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Supreme Court case to test Catholic schools' immunity from employee lawsuits

By Don Jacobson
The Supreme Court on Wednesday accepted a case testing the limits of Catholic schools' immunity to employee lawsuits. File photo by Mike Theiler/UPI
The Supreme Court on Wednesday accepted a case testing the limits of Catholic schools' immunity to employee lawsuits. File photo by Mike Theiler/UPI | License Photo

Dec. 18 (UPI) -- The U.S. Supreme Court agreed Wednesday to hear a pair of cases testing the limits of religious schools to shield themselves from employment lawsuits on First Amendment grounds.

The court announced it will hear appeals on two similar cases involving former Catholic school teachers in Los Angeles who claim they were illegally fired. The two suits -- Our Lady Of Guadalupe School v. Morrissey-Berru and St. James School v. Darryl Biel -- will be combined for the hearing.

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In one case, Agnes Morrissey-Berru sued Our Lady of Guadalupe School claiming its 2015 decision to not renew her teaching contract was made on the basis of her age. In the other case, the widower of teacher Kristen Biel asserted St. James School's fired her in 2014 because she was ill with breast cancer in violation of the Americans With Disabilities Act.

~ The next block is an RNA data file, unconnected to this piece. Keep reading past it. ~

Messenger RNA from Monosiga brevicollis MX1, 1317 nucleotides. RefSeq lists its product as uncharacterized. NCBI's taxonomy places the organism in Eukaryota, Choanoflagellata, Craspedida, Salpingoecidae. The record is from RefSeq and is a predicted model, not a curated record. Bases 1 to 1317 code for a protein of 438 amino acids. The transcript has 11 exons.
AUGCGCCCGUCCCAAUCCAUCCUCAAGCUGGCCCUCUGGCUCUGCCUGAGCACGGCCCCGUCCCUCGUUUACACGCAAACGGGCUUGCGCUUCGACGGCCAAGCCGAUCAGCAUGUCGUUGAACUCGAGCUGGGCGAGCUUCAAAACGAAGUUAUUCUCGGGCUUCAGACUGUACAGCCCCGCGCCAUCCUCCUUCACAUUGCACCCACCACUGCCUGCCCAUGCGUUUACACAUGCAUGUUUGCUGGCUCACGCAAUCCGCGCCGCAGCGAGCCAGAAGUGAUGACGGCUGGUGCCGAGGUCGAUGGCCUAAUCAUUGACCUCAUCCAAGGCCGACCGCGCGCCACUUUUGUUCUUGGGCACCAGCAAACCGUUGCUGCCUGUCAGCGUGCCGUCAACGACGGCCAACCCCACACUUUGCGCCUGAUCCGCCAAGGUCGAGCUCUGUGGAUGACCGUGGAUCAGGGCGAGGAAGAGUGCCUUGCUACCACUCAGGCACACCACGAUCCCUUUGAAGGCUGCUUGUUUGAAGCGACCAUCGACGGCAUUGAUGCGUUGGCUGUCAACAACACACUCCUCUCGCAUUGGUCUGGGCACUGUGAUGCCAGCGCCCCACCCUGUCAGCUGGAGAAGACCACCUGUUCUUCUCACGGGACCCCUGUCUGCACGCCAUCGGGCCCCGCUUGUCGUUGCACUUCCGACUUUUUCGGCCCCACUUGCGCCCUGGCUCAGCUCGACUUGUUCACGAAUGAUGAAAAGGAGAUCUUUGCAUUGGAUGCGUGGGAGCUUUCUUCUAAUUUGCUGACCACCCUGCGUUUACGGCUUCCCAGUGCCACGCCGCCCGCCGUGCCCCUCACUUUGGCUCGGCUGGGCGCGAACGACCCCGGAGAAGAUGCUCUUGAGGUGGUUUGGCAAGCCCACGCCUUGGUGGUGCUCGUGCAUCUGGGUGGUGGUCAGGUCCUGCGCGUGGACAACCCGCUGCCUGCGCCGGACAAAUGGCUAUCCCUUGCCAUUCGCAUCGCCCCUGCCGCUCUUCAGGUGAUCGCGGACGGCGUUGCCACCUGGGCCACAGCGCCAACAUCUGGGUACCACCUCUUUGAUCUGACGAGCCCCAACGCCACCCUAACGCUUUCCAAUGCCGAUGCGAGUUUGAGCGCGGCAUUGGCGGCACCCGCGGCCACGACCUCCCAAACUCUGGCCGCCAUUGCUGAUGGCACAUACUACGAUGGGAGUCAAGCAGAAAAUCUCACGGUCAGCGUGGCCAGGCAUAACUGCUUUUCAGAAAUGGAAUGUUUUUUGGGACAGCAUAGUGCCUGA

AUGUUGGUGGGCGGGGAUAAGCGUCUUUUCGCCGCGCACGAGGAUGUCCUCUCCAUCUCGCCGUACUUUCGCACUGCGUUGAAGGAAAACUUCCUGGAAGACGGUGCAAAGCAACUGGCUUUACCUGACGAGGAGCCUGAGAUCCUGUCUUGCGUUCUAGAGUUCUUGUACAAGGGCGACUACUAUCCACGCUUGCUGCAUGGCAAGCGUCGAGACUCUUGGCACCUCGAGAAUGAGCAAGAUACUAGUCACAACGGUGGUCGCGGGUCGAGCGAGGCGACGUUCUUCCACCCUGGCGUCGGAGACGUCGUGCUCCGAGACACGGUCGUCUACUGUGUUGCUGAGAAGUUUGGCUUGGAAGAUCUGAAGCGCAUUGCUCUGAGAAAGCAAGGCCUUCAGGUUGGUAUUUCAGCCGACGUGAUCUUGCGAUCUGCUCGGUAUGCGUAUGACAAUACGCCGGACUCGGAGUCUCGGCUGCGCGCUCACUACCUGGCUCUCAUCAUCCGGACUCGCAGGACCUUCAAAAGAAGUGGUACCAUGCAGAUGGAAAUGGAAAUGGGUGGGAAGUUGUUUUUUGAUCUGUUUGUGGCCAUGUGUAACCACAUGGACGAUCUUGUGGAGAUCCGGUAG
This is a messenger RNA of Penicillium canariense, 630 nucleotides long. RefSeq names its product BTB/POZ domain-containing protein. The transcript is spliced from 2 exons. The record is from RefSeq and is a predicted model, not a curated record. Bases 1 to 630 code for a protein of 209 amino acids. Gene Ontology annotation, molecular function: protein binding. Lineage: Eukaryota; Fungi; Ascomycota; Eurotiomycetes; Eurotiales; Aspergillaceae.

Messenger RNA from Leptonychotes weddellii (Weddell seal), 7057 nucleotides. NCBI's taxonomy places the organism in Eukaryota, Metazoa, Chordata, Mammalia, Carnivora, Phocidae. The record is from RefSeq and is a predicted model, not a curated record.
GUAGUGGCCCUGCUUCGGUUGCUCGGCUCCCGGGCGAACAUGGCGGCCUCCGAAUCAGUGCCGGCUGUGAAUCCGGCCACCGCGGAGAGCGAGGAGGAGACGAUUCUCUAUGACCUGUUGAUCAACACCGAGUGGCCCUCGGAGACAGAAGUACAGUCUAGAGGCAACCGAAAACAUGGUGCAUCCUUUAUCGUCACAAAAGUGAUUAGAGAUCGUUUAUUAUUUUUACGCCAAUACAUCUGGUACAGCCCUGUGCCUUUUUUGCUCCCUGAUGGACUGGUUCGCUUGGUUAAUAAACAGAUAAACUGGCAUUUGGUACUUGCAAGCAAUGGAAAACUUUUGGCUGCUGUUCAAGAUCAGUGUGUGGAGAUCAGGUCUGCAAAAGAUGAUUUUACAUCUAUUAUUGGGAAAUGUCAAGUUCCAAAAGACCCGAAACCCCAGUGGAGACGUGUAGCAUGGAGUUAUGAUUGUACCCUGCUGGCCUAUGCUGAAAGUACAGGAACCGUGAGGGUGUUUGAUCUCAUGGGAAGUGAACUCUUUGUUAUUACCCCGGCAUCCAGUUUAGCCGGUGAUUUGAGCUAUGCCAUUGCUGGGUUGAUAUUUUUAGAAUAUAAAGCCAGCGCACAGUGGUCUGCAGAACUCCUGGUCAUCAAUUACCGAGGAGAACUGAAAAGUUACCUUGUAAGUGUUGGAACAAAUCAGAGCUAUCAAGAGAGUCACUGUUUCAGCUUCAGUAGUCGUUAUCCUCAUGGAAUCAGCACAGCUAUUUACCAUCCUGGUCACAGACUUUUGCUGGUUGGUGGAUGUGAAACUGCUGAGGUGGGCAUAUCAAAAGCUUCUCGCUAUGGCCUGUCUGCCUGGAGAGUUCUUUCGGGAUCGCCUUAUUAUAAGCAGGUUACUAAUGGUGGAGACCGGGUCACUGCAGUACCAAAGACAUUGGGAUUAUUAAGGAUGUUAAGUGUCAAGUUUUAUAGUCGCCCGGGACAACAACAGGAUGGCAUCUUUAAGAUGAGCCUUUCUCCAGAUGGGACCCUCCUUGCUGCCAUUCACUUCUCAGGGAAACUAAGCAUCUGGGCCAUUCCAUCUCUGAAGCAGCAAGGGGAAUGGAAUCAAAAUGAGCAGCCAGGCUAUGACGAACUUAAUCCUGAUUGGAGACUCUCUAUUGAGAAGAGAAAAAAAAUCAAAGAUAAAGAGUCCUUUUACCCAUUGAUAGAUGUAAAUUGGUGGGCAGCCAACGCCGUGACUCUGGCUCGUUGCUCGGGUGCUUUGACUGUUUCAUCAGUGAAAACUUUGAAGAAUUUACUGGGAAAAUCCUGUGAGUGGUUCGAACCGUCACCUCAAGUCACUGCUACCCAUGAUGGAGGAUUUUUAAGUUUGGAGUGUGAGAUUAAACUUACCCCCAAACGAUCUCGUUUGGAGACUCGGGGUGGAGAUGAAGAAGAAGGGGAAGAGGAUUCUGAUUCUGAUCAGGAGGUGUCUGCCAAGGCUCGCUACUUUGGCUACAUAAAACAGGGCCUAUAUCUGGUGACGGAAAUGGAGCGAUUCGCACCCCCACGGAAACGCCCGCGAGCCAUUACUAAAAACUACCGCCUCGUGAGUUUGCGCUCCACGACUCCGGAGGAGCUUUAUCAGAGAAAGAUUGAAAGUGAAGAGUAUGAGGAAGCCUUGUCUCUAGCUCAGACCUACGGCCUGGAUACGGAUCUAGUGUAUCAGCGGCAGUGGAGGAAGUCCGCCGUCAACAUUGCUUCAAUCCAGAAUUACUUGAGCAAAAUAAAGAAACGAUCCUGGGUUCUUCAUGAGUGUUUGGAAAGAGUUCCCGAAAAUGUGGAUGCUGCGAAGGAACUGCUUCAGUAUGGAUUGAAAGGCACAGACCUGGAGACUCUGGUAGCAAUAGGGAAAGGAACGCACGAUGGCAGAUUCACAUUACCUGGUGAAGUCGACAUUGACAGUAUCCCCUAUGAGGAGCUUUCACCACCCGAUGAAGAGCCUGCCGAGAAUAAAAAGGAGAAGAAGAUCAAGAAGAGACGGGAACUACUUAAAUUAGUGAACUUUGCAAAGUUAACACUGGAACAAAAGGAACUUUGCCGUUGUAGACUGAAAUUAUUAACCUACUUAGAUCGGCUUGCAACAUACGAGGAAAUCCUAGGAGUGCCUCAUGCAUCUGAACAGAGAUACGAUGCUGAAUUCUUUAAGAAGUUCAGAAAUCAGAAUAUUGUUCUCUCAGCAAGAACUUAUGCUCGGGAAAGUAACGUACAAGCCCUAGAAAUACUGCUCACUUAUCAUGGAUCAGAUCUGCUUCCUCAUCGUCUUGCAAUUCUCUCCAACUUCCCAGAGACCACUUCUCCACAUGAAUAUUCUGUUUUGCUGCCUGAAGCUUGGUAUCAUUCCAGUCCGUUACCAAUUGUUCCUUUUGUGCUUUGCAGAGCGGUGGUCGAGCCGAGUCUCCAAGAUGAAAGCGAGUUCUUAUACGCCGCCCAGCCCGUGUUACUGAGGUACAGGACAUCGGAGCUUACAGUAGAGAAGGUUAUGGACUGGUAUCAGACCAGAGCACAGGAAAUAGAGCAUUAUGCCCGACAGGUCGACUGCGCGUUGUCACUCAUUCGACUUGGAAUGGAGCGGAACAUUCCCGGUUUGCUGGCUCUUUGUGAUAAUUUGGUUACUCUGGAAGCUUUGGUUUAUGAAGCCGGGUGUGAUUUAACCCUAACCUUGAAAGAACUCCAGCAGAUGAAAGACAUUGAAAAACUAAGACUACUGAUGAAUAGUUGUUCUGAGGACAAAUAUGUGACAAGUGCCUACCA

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The schools argued they were legally immune due to the provisions of the so-called ministerial exception. Established in 2012 and based on First Amendment principles, it holds that religious school teachers are in effect "ministers" carrying out duties of the church who cannot sue their employers.

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Morrissey-Berru claimed she was not a practicing Catholic and was in no way acting as a "minister," while Biel asserted that while she was Catholic, her faith was not a requirement of the job.

The Ninth U.S. Circuit Court of Appeals in San Francisco agreed, but the schools appealed to the high court.

Attorneys for Our Lady of Guadaloupe argued in their Supreme Court filing that existing precedents firmly establish the criteria needed to apply ministerial exception, and that the school had met them. They claimed Morrissey-Berru, by teaching core Catholic doctrine and leading class prayers, was indeed acting as a minister of the church.

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